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Tuesday, 29 November 2011 13:44

iiNet & AFACT face off in copyright appeal

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Ahead of tomorrow's High Court appeal hearing in the movie industry's long running case against iiNet for allegedly authorising copyright infringement by its customers both sides have expressed confidence in emerging victorious.

iiNet CEO Michael Malone said he was confident the High Court would reaffirm and strengthen the Federal Court's earlier judgments and clear his company of copyright breaches.

 "We go into this latest legal round anticipating our successes in Federal Court in February 2010 and 2011 will be reaffirmed by the High Court," he said. "Those judgments demonstrated that the allegations against us were proven to be unfounded. iiNet has never in any way supported or encouraged breaches of the law, including breaches of the Copyright Act."

iiNet has also appealed against the Full Court's rejection of its defence, including its defence under the Telecommunications Act. The movies studios are seeking to have the High Court confirm that rejection.

Malone re-iterated his call on the movie industry to "increase lawful online content in a more timely, affordable and competitively priced manner as the best method to protect content owners copyright."

 He said iiNet continues to stand ready to work with the movie and Internet industry to develop, implement and promote new approaches as well as implementing a commonsense, effective and appropriate scheme to protect copyright, educate consumers and change infringing behaviour.

Neil Gane the executive director of the Australian Federation Against Copyright Theft (AFACT) - representing the 34 plaintiffs in the case said it was clear that the law of authorisation of copyright infringement was intended to apply to ISPs.
 
"The Full Federal Court unanimously recognised that ISPs could be found liable for authorising the infringements of their users. The Court also found that iiNet had the power to prevent the infringements by its users from occurring and that there were reasonable steps it could have taken, including issuing warnings. The majority of the court did not accept iiNet's argument that establishing a system of warning and mitigation measures was either too difficult or costly.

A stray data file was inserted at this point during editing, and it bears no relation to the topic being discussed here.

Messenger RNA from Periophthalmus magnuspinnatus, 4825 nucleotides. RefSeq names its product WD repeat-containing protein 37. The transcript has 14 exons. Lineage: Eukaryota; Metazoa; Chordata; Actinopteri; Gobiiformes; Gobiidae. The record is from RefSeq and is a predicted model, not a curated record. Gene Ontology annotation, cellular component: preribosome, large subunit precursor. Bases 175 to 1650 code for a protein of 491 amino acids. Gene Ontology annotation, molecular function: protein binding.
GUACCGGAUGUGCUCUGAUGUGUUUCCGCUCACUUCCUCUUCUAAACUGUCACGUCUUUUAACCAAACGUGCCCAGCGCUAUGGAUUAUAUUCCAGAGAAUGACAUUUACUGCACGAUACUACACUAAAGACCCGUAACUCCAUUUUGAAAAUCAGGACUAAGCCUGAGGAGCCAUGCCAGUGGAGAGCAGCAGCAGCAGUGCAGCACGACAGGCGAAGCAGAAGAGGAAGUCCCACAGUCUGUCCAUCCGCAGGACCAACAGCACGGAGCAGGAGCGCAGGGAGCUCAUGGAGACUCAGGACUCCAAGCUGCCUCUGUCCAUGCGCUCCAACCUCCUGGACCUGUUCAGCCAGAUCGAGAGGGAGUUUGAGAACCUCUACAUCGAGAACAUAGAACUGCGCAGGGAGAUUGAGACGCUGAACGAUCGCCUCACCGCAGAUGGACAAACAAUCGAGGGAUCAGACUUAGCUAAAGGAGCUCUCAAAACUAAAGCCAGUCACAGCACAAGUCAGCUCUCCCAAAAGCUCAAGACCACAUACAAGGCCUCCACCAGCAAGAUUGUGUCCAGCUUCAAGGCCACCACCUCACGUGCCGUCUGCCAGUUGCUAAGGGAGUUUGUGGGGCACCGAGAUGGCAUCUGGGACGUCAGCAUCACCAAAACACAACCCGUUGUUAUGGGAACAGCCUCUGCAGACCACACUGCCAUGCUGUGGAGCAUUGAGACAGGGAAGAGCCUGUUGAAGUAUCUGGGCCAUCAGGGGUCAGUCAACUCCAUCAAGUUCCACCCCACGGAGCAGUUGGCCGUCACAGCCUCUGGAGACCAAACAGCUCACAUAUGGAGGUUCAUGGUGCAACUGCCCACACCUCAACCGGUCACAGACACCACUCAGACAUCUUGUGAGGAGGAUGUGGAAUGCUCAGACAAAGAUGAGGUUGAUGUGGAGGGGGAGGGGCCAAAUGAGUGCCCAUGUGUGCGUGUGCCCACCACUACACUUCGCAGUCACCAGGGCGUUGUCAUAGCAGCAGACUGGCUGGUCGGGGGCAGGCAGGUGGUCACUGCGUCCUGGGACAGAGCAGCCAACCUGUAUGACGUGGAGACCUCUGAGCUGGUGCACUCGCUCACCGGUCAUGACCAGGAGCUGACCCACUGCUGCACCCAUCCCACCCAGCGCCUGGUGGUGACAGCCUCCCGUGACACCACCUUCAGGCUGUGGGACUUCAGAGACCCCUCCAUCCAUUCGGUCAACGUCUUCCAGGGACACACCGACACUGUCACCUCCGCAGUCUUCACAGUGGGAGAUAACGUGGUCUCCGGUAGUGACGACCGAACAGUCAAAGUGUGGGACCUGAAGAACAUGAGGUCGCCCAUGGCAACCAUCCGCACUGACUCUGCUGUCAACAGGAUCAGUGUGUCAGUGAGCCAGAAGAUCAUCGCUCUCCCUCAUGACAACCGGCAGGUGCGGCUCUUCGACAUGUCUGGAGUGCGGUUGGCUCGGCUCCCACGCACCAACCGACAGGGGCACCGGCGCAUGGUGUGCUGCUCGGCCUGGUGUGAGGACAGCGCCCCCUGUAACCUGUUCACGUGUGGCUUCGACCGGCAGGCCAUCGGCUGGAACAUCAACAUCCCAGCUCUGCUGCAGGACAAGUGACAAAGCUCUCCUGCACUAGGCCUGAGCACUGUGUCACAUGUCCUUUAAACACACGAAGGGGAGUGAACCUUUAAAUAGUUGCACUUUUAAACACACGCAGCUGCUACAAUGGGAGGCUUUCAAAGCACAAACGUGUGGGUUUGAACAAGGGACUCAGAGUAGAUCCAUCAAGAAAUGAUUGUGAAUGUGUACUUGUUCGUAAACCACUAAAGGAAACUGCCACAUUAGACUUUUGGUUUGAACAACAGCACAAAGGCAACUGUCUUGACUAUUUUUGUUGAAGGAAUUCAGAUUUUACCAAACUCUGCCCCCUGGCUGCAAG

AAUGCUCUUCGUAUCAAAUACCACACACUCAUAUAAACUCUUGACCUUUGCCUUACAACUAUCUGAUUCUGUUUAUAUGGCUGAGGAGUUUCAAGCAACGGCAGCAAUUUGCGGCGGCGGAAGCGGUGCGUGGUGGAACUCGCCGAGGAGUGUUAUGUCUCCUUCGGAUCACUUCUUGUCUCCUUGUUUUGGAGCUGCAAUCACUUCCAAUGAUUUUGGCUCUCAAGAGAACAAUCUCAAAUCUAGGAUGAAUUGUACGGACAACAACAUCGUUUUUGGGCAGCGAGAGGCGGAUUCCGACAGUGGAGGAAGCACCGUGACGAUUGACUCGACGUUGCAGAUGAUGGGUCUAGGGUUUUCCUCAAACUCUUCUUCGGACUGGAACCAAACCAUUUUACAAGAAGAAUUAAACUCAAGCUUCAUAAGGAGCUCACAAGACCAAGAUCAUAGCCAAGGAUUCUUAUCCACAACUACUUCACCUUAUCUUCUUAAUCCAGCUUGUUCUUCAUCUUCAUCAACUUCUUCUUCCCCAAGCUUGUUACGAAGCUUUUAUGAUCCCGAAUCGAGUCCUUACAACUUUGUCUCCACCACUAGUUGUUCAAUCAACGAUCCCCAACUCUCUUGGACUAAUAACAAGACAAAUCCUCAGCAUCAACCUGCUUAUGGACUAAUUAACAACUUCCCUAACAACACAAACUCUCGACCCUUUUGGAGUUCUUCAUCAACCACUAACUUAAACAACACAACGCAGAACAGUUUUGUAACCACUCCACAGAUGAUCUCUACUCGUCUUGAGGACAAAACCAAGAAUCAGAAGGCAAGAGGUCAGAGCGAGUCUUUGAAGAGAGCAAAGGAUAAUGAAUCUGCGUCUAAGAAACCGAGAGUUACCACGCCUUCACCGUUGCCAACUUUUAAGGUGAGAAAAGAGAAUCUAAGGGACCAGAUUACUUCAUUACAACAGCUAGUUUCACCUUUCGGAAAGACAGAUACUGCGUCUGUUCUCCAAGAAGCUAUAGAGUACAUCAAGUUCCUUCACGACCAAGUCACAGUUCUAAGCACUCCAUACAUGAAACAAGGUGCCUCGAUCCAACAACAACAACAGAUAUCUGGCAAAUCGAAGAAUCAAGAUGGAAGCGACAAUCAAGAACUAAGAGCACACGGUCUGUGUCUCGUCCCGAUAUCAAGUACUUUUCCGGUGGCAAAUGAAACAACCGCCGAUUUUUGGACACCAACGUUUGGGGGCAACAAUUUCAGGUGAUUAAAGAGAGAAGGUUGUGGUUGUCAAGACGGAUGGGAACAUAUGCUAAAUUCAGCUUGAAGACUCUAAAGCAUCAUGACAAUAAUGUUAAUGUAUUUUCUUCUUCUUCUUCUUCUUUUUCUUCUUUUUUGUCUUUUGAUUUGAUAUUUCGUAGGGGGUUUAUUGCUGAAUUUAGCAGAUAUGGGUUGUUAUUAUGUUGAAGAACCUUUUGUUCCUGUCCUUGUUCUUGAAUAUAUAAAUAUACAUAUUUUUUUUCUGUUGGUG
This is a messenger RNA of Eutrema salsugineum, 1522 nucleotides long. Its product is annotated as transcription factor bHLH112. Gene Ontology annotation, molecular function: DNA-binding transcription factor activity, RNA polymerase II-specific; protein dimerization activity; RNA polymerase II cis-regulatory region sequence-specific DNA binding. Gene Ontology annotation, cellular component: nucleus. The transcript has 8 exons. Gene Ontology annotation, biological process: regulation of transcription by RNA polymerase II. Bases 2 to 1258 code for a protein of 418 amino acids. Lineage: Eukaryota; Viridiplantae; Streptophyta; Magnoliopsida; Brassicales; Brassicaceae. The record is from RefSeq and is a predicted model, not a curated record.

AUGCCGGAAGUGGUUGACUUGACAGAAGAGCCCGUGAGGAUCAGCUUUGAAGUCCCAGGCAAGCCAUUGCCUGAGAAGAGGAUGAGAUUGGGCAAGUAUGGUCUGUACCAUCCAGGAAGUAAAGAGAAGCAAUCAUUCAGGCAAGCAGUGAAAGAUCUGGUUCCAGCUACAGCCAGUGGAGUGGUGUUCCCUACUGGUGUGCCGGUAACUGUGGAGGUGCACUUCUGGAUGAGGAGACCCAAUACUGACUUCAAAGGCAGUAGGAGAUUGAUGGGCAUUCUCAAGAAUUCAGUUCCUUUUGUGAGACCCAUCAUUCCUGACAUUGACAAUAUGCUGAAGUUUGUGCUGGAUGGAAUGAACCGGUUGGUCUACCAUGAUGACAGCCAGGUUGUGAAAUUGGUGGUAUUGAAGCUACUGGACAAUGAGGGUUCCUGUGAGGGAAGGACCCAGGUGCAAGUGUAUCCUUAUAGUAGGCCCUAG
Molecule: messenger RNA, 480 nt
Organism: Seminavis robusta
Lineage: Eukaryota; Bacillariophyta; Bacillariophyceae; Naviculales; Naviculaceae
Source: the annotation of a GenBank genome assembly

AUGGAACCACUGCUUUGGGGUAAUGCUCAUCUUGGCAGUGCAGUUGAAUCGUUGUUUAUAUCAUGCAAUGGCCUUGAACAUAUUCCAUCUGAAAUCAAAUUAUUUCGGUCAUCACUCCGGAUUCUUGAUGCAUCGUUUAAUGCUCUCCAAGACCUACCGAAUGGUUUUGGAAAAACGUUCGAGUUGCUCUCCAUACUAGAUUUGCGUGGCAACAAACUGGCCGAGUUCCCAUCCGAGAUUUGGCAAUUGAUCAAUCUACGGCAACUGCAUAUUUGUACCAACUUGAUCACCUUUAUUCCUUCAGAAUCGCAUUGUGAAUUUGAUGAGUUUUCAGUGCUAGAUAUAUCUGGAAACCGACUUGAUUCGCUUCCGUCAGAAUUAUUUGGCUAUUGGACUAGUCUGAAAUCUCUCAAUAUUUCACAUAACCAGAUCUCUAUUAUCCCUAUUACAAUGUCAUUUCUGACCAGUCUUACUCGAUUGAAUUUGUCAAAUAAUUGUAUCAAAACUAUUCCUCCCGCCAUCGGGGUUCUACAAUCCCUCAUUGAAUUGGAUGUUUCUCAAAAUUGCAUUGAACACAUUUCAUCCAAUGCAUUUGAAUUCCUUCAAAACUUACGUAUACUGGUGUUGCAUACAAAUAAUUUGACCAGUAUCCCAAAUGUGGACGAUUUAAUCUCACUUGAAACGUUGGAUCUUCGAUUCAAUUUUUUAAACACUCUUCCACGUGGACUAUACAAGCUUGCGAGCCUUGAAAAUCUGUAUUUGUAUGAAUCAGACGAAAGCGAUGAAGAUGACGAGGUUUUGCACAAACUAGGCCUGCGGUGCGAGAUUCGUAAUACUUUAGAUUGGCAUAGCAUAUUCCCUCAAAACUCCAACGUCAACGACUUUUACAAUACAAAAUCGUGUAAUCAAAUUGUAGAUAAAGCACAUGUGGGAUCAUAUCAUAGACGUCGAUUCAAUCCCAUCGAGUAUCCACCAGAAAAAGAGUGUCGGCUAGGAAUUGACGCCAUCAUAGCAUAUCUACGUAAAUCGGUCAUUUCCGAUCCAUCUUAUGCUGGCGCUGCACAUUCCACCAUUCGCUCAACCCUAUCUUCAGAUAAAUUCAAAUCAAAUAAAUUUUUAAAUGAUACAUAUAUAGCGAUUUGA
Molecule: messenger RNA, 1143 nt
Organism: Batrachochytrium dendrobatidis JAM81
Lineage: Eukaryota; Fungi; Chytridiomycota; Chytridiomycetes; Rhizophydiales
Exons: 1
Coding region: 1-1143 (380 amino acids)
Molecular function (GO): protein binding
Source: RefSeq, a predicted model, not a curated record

However two judges of the Full Court went on to find that iiNet had not authorised the infringements of its users and it is this conclusion that the movie studios are appealing.

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"We say they applied a different and higher test for knowledge contrary to the principles in the seminal authority on authorisation, Moorhouse, which principles were codified in 2000 as part of the Digital Agenda Act," Gane said.

Both sides agree that Moorhouse, and the interpretation of Moorhouse will be crucial. In a briefing on the appeal in October, Graham Phillips, a partner in law firm Herbert Geer who has been acting for iiNet throughout the case, said: "Both sides say they win based on an assessment of Moorhouse, but both sides arguments are poles apart, which shows there is a lot of uncertainty in how to read what is the principal authorisation case. So it is important for the High Court to give some clarity on how you determine authorisation."

Phillips said the core issue for the judges would be to decide what conduct constitutes 'authorisation' to breach copyright. "This is the first time the High Court will have seriously looked at the authorisation issue since the Moorhouse case in 1975."

The High Court hearing will commence at 10:15am on 30 November and continue on 1-2 December in Court Room No 1. iiNet is represented by Herbert Geer Lawyers. Counsel for iiNet are Richard Cobden SC, Richard Lancaster SC and Chris Burgess.

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